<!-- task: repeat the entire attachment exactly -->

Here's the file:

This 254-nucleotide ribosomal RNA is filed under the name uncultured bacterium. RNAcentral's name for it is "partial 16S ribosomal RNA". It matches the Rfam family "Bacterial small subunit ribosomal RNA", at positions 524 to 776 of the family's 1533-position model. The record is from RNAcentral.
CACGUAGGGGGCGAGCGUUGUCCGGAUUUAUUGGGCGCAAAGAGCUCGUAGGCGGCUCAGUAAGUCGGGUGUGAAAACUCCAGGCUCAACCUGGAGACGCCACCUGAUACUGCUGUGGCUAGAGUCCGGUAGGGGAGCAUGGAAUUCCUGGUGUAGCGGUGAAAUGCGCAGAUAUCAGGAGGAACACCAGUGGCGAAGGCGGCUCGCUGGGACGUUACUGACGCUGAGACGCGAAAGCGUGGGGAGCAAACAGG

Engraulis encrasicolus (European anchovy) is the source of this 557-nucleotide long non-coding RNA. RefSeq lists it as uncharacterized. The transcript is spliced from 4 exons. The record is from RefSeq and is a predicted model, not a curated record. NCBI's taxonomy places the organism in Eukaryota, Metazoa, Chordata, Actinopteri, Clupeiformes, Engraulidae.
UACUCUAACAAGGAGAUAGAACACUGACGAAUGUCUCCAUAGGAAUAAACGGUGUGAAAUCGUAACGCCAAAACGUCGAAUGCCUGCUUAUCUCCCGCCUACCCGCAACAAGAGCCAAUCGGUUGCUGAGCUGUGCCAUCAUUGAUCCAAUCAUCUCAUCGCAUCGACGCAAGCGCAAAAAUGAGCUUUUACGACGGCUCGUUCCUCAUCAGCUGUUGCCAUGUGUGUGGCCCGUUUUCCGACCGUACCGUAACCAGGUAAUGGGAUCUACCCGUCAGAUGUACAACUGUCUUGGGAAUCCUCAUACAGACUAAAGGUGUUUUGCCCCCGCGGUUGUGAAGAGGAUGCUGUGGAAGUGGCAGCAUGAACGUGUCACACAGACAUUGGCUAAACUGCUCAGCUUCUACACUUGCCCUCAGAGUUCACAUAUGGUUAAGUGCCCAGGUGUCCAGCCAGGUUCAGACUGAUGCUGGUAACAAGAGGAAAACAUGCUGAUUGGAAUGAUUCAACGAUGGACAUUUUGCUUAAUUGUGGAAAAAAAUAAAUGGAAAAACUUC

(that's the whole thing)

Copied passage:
This 254-nucleotide ribosomal RNA is filed under the name uncultured bacterium. RNAcentral's name for it is "partial 16S ribosomal RNA". It matches the Rfam family "Bacterial small subunit ribosomal RNA", at positions 524 to 776 of the family's 1533-position model. The record is from RNAcentral.
CACGUAGGGGGCGAGCGUUGUCCGGAUUUAUUGGGCGCAAAGAGCUCGUAGGCGGCUCAGUAAGUCGGGUGUGAAAACUCCAGGCUCAACCUGGAGACGCCACCUGAUACUGCUGUGGCUAGAGUCCGGUAGGGGAGCAUGGAAUUCCUGGUGUAGCGGUGAAAUGCGCAGAUAUCAGGAGGAACACCAGUGGCGAAGGCGGCUCGCUGGGACGUUACUGACGCUGAGACGCGAAAGCGUGGGGAGCAAACAGG

Engraulis encrasicolus (European anchovy) is the source of this 557-nucleotide long non-coding RNA. RefSeq lists it as uncharacterized. The transcript is spliced from 4 exons. The record is from RefSeq and is a predicted model, not a curated record. NCBI's taxonomy places the organism in Eukaryota, Metazoa, Chordata, Actinopteri, Clupeiformes, Engraulidae.
UACUCUAACAAGGAGAUAGAACACUGACGAAUGUCUCCAUAGGAAUAAACGGUGUGAAAUCGUAACGCCAAAACGUCGAAUGCCUGCUUAUCUCCCGCCUACCCGCAACAAGAGCCAAUCGGUUGCUGAGCUGUGCCAUCAUUGAUCCAAUCAUCUCAUCGCAUCGACGCAAGCGCAAAAAUGAGCUUUUACGACGGCUCGUUCCUCAUCAGCUGUUGCCAUGUGUGUGGCCCGUUUUCCGACCGUACCGUAACCAGGUAAUGGGAUCUACCCGUCAGAUGUACAACUGUCUUGGGAAUCCUCAUACAGACUAAAGGUGUUUUGCCCCCGCGGUUGUGAAGAGGAUGCUGUGGAAGUGGCAGCAUGAACGUGUCACACAGACAUUGGCUAAACUGCUCAGCUUCUACACUUGCCCUCAGAGUUCACAUAUGGUUAAGUGCCCAGGUGUCCAGCCAGGUUCAGACUGAUGCUGGUAACAAGAGGAAAACAUGCUGAUUGGAAUGAUUCAACGAUGGACAUUUUGCUUAAUUGUGGAAAAAAAUAAAUGGAAAAACUUC